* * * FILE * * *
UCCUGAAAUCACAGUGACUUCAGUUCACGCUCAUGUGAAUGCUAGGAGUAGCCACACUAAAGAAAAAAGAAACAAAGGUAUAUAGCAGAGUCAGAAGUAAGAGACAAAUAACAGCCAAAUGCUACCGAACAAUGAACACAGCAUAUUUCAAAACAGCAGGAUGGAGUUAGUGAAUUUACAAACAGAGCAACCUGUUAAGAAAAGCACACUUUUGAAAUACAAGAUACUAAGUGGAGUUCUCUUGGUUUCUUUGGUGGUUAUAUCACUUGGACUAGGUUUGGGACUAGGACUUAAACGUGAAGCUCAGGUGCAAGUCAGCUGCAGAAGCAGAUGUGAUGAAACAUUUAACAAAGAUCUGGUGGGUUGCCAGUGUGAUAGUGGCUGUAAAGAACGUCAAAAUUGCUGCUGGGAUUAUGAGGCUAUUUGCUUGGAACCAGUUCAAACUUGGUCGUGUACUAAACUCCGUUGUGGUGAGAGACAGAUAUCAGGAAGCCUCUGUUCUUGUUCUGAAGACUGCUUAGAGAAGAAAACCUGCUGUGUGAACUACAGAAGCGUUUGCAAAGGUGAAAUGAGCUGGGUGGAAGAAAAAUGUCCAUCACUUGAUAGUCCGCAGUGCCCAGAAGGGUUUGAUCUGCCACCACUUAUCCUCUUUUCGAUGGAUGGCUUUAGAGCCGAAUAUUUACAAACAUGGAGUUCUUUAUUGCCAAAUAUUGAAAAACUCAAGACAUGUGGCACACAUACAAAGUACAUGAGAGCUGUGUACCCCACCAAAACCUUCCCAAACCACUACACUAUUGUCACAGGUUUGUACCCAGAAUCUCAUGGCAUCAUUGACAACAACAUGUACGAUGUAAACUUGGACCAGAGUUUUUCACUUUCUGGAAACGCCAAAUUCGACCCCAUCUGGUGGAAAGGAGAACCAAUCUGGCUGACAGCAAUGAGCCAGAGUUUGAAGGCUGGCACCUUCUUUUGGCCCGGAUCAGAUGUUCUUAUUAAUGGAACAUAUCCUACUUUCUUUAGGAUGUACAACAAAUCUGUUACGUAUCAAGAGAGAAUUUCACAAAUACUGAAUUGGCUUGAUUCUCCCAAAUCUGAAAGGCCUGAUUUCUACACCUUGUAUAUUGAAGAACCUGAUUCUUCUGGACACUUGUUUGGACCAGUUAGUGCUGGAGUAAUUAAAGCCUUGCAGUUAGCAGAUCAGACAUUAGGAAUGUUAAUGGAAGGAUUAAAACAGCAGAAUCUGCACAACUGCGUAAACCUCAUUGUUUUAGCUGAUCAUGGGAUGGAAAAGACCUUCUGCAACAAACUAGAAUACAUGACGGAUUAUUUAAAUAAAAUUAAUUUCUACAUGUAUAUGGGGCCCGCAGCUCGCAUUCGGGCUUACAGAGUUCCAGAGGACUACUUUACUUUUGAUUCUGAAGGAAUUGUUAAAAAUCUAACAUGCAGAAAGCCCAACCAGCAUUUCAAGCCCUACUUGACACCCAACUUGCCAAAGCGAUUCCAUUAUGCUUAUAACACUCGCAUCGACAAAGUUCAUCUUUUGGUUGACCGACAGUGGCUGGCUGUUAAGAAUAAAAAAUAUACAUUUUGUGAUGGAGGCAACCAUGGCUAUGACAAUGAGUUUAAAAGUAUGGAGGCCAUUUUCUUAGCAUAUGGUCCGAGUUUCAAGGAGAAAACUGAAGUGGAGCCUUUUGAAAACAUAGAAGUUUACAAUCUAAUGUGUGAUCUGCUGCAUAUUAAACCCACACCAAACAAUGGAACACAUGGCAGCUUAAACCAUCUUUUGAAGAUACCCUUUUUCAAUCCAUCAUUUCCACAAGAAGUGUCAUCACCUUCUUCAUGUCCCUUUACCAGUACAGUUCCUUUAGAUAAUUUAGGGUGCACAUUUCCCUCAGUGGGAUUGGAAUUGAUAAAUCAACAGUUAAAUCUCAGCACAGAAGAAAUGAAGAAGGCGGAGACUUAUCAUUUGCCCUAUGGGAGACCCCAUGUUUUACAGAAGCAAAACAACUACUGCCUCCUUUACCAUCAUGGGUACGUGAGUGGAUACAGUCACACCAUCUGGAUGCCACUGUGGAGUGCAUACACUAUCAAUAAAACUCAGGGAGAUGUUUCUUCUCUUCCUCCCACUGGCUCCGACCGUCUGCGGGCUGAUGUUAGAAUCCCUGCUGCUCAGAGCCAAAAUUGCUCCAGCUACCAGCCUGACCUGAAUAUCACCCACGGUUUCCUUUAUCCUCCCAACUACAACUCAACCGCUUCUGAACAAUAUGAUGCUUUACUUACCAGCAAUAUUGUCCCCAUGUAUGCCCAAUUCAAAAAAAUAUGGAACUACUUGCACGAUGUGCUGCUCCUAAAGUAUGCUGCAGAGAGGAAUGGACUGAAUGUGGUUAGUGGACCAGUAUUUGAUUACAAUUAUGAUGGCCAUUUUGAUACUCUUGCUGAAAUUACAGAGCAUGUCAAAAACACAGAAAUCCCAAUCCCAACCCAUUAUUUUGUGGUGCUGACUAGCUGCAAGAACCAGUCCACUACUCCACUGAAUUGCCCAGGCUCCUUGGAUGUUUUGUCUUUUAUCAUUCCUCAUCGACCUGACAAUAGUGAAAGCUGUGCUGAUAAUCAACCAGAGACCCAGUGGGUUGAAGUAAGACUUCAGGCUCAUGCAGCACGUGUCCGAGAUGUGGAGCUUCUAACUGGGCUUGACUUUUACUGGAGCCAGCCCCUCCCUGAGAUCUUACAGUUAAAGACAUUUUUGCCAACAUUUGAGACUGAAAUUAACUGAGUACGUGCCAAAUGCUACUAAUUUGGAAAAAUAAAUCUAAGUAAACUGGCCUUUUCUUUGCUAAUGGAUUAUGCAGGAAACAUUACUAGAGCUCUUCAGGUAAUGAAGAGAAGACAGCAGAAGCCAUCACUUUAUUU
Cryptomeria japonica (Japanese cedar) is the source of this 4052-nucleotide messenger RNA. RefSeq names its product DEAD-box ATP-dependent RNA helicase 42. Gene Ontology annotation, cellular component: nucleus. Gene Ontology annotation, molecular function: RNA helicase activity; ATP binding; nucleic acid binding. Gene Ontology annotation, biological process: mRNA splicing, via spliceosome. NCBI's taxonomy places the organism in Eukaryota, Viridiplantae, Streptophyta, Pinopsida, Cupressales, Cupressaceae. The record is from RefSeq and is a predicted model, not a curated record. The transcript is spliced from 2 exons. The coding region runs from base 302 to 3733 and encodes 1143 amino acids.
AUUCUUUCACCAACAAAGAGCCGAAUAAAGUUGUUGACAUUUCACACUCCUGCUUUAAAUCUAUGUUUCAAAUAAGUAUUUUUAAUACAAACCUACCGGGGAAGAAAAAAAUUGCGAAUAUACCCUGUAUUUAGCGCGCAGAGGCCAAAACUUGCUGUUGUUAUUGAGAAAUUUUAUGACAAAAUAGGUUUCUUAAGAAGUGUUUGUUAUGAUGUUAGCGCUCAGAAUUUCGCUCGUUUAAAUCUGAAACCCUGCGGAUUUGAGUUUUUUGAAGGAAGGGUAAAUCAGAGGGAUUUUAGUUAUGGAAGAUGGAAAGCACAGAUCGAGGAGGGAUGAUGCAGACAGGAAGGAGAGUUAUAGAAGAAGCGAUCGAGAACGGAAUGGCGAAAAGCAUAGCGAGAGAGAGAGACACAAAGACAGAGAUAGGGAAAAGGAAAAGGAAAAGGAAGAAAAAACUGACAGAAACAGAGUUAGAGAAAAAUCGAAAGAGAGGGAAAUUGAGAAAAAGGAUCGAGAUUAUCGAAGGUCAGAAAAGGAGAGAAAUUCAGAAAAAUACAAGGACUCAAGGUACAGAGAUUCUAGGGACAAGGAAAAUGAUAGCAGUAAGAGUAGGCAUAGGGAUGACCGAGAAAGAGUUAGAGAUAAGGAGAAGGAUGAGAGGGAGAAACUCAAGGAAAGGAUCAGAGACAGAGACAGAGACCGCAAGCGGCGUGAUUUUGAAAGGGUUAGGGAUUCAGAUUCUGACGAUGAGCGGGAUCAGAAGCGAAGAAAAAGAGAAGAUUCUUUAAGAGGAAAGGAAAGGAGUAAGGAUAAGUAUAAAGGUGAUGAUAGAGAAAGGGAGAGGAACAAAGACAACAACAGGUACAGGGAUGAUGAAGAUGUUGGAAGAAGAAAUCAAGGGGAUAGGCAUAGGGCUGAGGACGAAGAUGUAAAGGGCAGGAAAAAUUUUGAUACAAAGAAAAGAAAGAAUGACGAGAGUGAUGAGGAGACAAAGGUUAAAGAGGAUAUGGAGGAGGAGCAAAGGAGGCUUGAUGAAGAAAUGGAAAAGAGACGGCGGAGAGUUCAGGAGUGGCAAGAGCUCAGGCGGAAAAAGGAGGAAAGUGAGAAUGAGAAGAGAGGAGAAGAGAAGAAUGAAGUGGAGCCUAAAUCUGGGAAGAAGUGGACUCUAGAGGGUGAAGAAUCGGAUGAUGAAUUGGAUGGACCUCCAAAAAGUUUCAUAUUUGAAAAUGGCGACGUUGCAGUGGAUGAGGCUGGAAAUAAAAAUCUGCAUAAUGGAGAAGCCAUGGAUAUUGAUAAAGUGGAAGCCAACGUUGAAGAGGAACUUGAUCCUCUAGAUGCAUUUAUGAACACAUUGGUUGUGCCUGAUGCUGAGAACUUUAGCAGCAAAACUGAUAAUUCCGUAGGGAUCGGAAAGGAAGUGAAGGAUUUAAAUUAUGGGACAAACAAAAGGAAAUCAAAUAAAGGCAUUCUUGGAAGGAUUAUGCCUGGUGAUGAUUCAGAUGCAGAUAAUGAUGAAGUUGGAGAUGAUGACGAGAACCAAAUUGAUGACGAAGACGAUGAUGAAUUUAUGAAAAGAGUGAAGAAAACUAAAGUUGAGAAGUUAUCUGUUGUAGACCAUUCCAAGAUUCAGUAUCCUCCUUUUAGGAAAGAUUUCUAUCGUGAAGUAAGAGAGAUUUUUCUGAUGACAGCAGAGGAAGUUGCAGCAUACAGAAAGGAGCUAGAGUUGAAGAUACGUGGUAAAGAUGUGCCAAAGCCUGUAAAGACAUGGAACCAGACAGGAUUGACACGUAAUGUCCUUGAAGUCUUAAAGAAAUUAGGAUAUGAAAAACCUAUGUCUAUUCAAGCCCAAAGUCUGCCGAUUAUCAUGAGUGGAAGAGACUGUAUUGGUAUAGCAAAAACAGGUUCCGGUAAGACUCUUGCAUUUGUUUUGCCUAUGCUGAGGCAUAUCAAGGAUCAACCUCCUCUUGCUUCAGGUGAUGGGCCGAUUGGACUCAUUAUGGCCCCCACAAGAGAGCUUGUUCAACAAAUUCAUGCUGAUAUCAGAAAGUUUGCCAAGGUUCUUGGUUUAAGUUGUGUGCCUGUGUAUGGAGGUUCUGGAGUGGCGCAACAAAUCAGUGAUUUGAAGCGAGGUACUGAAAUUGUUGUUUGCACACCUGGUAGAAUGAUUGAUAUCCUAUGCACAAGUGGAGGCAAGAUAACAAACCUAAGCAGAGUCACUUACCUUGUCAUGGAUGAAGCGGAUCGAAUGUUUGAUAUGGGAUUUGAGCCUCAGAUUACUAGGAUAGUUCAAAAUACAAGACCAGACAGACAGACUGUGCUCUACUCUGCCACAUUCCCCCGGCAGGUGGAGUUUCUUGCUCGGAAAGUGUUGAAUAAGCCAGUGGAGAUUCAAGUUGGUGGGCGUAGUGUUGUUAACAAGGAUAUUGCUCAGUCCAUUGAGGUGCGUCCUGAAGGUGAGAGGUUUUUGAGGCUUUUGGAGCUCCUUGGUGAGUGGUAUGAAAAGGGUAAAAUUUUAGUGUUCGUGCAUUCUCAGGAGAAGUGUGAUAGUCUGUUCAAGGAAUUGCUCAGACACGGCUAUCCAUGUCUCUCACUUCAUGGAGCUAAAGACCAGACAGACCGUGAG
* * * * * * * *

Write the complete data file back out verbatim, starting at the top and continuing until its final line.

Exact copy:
UCCUGAAAUCACAGUGACUUCAGUUCACGCUCAUGUGAAUGCUAGGAGUAGCCACACUAAAGAAAAAAGAAACAAAGGUAUAUAGCAGAGUCAGAAGUAAGAGACAAAUAACAGCCAAAUGCUACCGAACAAUGAACACAGCAUAUUUCAAAACAGCAGGAUGGAGUUAGUGAAUUUACAAACAGAGCAACCUGUUAAGAAAAGCACACUUUUGAAAUACAAGAUACUAAGUGGAGUUCUCUUGGUUUCUUUGGUGGUUAUAUCACUUGGACUAGGUUUGGGACUAGGACUUAAACGUGAAGCUCAGGUGCAAGUCAGCUGCAGAAGCAGAUGUGAUGAAACAUUUAACAAAGAUCUGGUGGGUUGCCAGUGUGAUAGUGGCUGUAAAGAACGUCAAAAUUGCUGCUGGGAUUAUGAGGCUAUUUGCUUGGAACCAGUUCAAACUUGGUCGUGUACUAAACUCCGUUGUGGUGAGAGACAGAUAUCAGGAAGCCUCUGUUCUUGUUCUGAAGACUGCUUAGAGAAGAAAACCUGCUGUGUGAACUACAGAAGCGUUUGCAAAGGUGAAAUGAGCUGGGUGGAAGAAAAAUGUCCAUCACUUGAUAGUCCGCAGUGCCCAGAAGGGUUUGAUCUGCCACCACUUAUCCUCUUUUCGAUGGAUGGCUUUAGAGCCGAAUAUUUACAAACAUGGAGUUCUUUAUUGCCAAAUAUUGAAAAACUCAAGACAUGUGGCACACAUACAAAGUACAUGAGAGCUGUGUACCCCACCAAAACCUUCCCAAACCACUACACUAUUGUCACAGGUUUGUACCCAGAAUCUCAUGGCAUCAUUGACAACAACAUGUACGAUGUAAACUUGGACCAGAGUUUUUCACUUUCUGGAAACGCCAAAUUCGACCCCAUCUGGUGGAAAGGAGAACCAAUCUGGCUGACAGCAAUGAGCCAGAGUUUGAAGGCUGGCACCUUCUUUUGGCCCGGAUCAGAUGUUCUUAUUAAUGGAACAUAUCCUACUUUCUUUAGGAUGUACAACAAAUCUGUUACGUAUCAAGAGAGAAUUUCACAAAUACUGAAUUGGCUUGAUUCUCCCAAAUCUGAAAGGCCUGAUUUCUACACCUUGUAUAUUGAAGAACCUGAUUCUUCUGGACACUUGUUUGGACCAGUUAGUGCUGGAGUAAUUAAAGCCUUGCAGUUAGCAGAUCAGACAUUAGGAAUGUUAAUGGAAGGAUUAAAACAGCAGAAUCUGCACAACUGCGUAAACCUCAUUGUUUUAGCUGAUCAUGGGAUGGAAAAGACCUUCUGCAACAAACUAGAAUACAUGACGGAUUAUUUAAAUAAAAUUAAUUUCUACAUGUAUAUGGGGCCCGCAGCUCGCAUUCGGGCUUACAGAGUUCCAGAGGACUACUUUACUUUUGAUUCUGAAGGAAUUGUUAAAAAUCUAACAUGCAGAAAGCCCAACCAGCAUUUCAAGCCCUACUUGACACCCAACUUGCCAAAGCGAUUCCAUUAUGCUUAUAACACUCGCAUCGACAAAGUUCAUCUUUUGGUUGACCGACAGUGGCUGGCUGUUAAGAAUAAAAAAUAUACAUUUUGUGAUGGAGGCAACCAUGGCUAUGACAAUGAGUUUAAAAGUAUGGAGGCCAUUUUCUUAGCAUAUGGUCCGAGUUUCAAGGAGAAAACUGAAGUGGAGCCUUUUGAAAACAUAGAAGUUUACAAUCUAAUGUGUGAUCUGCUGCAUAUUAAACCCACACCAAACAAUGGAACACAUGGCAGCUUAAACCAUCUUUUGAAGAUACCCUUUUUCAAUCCAUCAUUUCCACAAGAAGUGUCAUCACCUUCUUCAUGUCCCUUUACCAGUACAGUUCCUUUAGAUAAUUUAGGGUGCACAUUUCCCUCAGUGGGAUUGGAAUUGAUAAAUCAACAGUUAAAUCUCAGCACAGAAGAAAUGAAGAAGGCGGAGACUUAUCAUUUGCCCUAUGGGAGACCCCAUGUUUUACAGAAGCAAAACAACUACUGCCUCCUUUACCAUCAUGGGUACGUGAGUGGAUACAGUCACACCAUCUGGAUGCCACUGUGGAGUGCAUACACUAUCAAUAAAACUCAGGGAGAUGUUUCUUCUCUUCCUCCCACUGGCUCCGACCGUCUGCGGGCUGAUGUUAGAAUCCCUGCUGCUCAGAGCCAAAAUUGCUCCAGCUACCAGCCUGACCUGAAUAUCACCCACGGUUUCCUUUAUCCUCCCAACUACAACUCAACCGCUUCUGAACAAUAUGAUGCUUUACUUACCAGCAAUAUUGUCCCCAUGUAUGCCCAAUUCAAAAAAAUAUGGAACUACUUGCACGAUGUGCUGCUCCUAAAGUAUGCUGCAGAGAGGAAUGGACUGAAUGUGGUUAGUGGACCAGUAUUUGAUUACAAUUAUGAUGGCCAUUUUGAUACUCUUGCUGAAAUUACAGAGCAUGUCAAAAACACAGAAAUCCCAAUCCCAACCCAUUAUUUUGUGGUGCUGACUAGCUGCAAGAACCAGUCCACUACUCCACUGAAUUGCCCAGGCUCCUUGGAUGUUUUGUCUUUUAUCAUUCCUCAUCGACCUGACAAUAGUGAAAGCUGUGCUGAUAAUCAACCAGAGACCCAGUGGGUUGAAGUAAGACUUCAGGCUCAUGCAGCACGUGUCCGAGAUGUGGAGCUUCUAACUGGGCUUGACUUUUACUGGAGCCAGCCCCUCCCUGAGAUCUUACAGUUAAAGACAUUUUUGCCAACAUUUGAGACUGAAAUUAACUGAGUACGUGCCAAAUGCUACUAAUUUGGAAAAAUAAAUCUAAGUAAACUGGCCUUUUCUUUGCUAAUGGAUUAUGCAGGAAACAUUACUAGAGCUCUUCAGGUAAUGAAGAGAAGACAGCAGAAGCCAUCACUUUAUUU
Cryptomeria japonica (Japanese cedar) is the source of this 4052-nucleotide messenger RNA. RefSeq names its product DEAD-box ATP-dependent RNA helicase 42. Gene Ontology annotation, cellular component: nucleus. Gene Ontology annotation, molecular function: RNA helicase activity; ATP binding; nucleic acid binding. Gene Ontology annotation, biological process: mRNA splicing, via spliceosome. NCBI's taxonomy places the organism in Eukaryota, Viridiplantae, Streptophyta, Pinopsida, Cupressales, Cupressaceae. The record is from RefSeq and is a predicted model, not a curated record. The transcript is spliced from 2 exons. The coding region runs from base 302 to 3733 and encodes 1143 amino acids.
AUUCUUUCACCAACAAAGAGCCGAAUAAAGUUGUUGACAUUUCACACUCCUGCUUUAAAUCUAUGUUUCAAAUAAGUAUUUUUAAUACAAACCUACCGGGGAAGAAAAAAAUUGCGAAUAUACCCUGUAUUUAGCGCGCAGAGGCCAAAACUUGCUGUUGUUAUUGAGAAAUUUUAUGACAAAAUAGGUUUCUUAAGAAGUGUUUGUUAUGAUGUUAGCGCUCAGAAUUUCGCUCGUUUAAAUCUGAAACCCUGCGGAUUUGAGUUUUUUGAAGGAAGGGUAAAUCAGAGGGAUUUUAGUUAUGGAAGAUGGAAAGCACAGAUCGAGGAGGGAUGAUGCAGACAGGAAGGAGAGUUAUAGAAGAAGCGAUCGAGAACGGAAUGGCGAAAAGCAUAGCGAGAGAGAGAGACACAAAGACAGAGAUAGGGAAAAGGAAAAGGAAAAGGAAGAAAAAACUGACAGAAACAGAGUUAGAGAAAAAUCGAAAGAGAGGGAAAUUGAGAAAAAGGAUCGAGAUUAUCGAAGGUCAGAAAAGGAGAGAAAUUCAGAAAAAUACAAGGACUCAAGGUACAGAGAUUCUAGGGACAAGGAAAAUGAUAGCAGUAAGAGUAGGCAUAGGGAUGACCGAGAAAGAGUUAGAGAUAAGGAGAAGGAUGAGAGGGAGAAACUCAAGGAAAGGAUCAGAGACAGAGACAGAGACCGCAAGCGGCGUGAUUUUGAAAGGGUUAGGGAUUCAGAUUCUGACGAUGAGCGGGAUCAGAAGCGAAGAAAAAGAGAAGAUUCUUUAAGAGGAAAGGAAAGGAGUAAGGAUAAGUAUAAAGGUGAUGAUAGAGAAAGGGAGAGGAACAAAGACAACAACAGGUACAGGGAUGAUGAAGAUGUUGGAAGAAGAAAUCAAGGGGAUAGGCAUAGGGCUGAGGACGAAGAUGUAAAGGGCAGGAAAAAUUUUGAUACAAAGAAAAGAAAGAAUGACGAGAGUGAUGAGGAGACAAAGGUUAAAGAGGAUAUGGAGGAGGAGCAAAGGAGGCUUGAUGAAGAAAUGGAAAAGAGACGGCGGAGAGUUCAGGAGUGGCAAGAGCUCAGGCGGAAAAAGGAGGAAAGUGAGAAUGAGAAGAGAGGAGAAGAGAAGAAUGAAGUGGAGCCUAAAUCUGGGAAGAAGUGGACUCUAGAGGGUGAAGAAUCGGAUGAUGAAUUGGAUGGACCUCCAAAAAGUUUCAUAUUUGAAAAUGGCGACGUUGCAGUGGAUGAGGCUGGAAAUAAAAAUCUGCAUAAUGGAGAAGCCAUGGAUAUUGAUAAAGUGGAAGCCAACGUUGAAGAGGAACUUGAUCCUCUAGAUGCAUUUAUGAACACAUUGGUUGUGCCUGAUGCUGAGAACUUUAGCAGCAAAACUGAUAAUUCCGUAGGGAUCGGAAAGGAAGUGAAGGAUUUAAAUUAUGGGACAAACAAAAGGAAAUCAAAUAAAGGCAUUCUUGGAAGGAUUAUGCCUGGUGAUGAUUCAGAUGCAGAUAAUGAUGAAGUUGGAGAUGAUGACGAGAACCAAAUUGAUGACGAAGACGAUGAUGAAUUUAUGAAAAGAGUGAAGAAAACUAAAGUUGAGAAGUUAUCUGUUGUAGACCAUUCCAAGAUUCAGUAUCCUCCUUUUAGGAAAGAUUUCUAUCGUGAAGUAAGAGAGAUUUUUCUGAUGACAGCAGAGGAAGUUGCAGCAUACAGAAAGGAGCUAGAGUUGAAGAUACGUGGUAAAGAUGUGCCAAAGCCUGUAAAGACAUGGAACCAGACAGGAUUGACACGUAAUGUCCUUGAAGUCUUAAAGAAAUUAGGAUAUGAAAAACCUAUGUCUAUUCAAGCCCAAAGUCUGCCGAUUAUCAUGAGUGGAAGAGACUGUAUUGGUAUAGCAAAAACAGGUUCCGGUAAGACUCUUGCAUUUGUUUUGCCUAUGCUGAGGCAUAUCAAGGAUCAACCUCCUCUUGCUUCAGGUGAUGGGCCGAUUGGACUCAUUAUGGCCCCCACAAGAGAGCUUGUUCAACAAAUUCAUGCUGAUAUCAGAAAGUUUGCCAAGGUUCUUGGUUUAAGUUGUGUGCCUGUGUAUGGAGGUUCUGGAGUGGCGCAACAAAUCAGUGAUUUGAAGCGAGGUACUGAAAUUGUUGUUUGCACACCUGGUAGAAUGAUUGAUAUCCUAUGCACAAGUGGAGGCAAGAUAACAAACCUAAGCAGAGUCACUUACCUUGUCAUGGAUGAAGCGGAUCGAAUGUUUGAUAUGGGAUUUGAGCCUCAGAUUACUAGGAUAGUUCAAAAUACAAGACCAGACAGACAGACUGUGCUCUACUCUGCCACAUUCCCCCGGCAGGUGGAGUUUCUUGCUCGGAAAGUGUUGAAUAAGCCAGUGGAGAUUCAAGUUGGUGGGCGUAGUGUUGUUAACAAGGAUAUUGCUCAGUCCAUUGAGGUGCGUCCUGAAGGUGAGAGGUUUUUGAGGCUUUUGGAGCUCCUUGGUGAGUGGUAUGAAAAGGGUAAAAUUUUAGUGUUCGUGCAUUCUCAGGAGAAGUGUGAUAGUCUGUUCAAGGAAUUGCUCAGACACGGCUAUCCAUGUCUCUCACUUCAUGGAGCUAAAGACCAGACAGACCGUGAG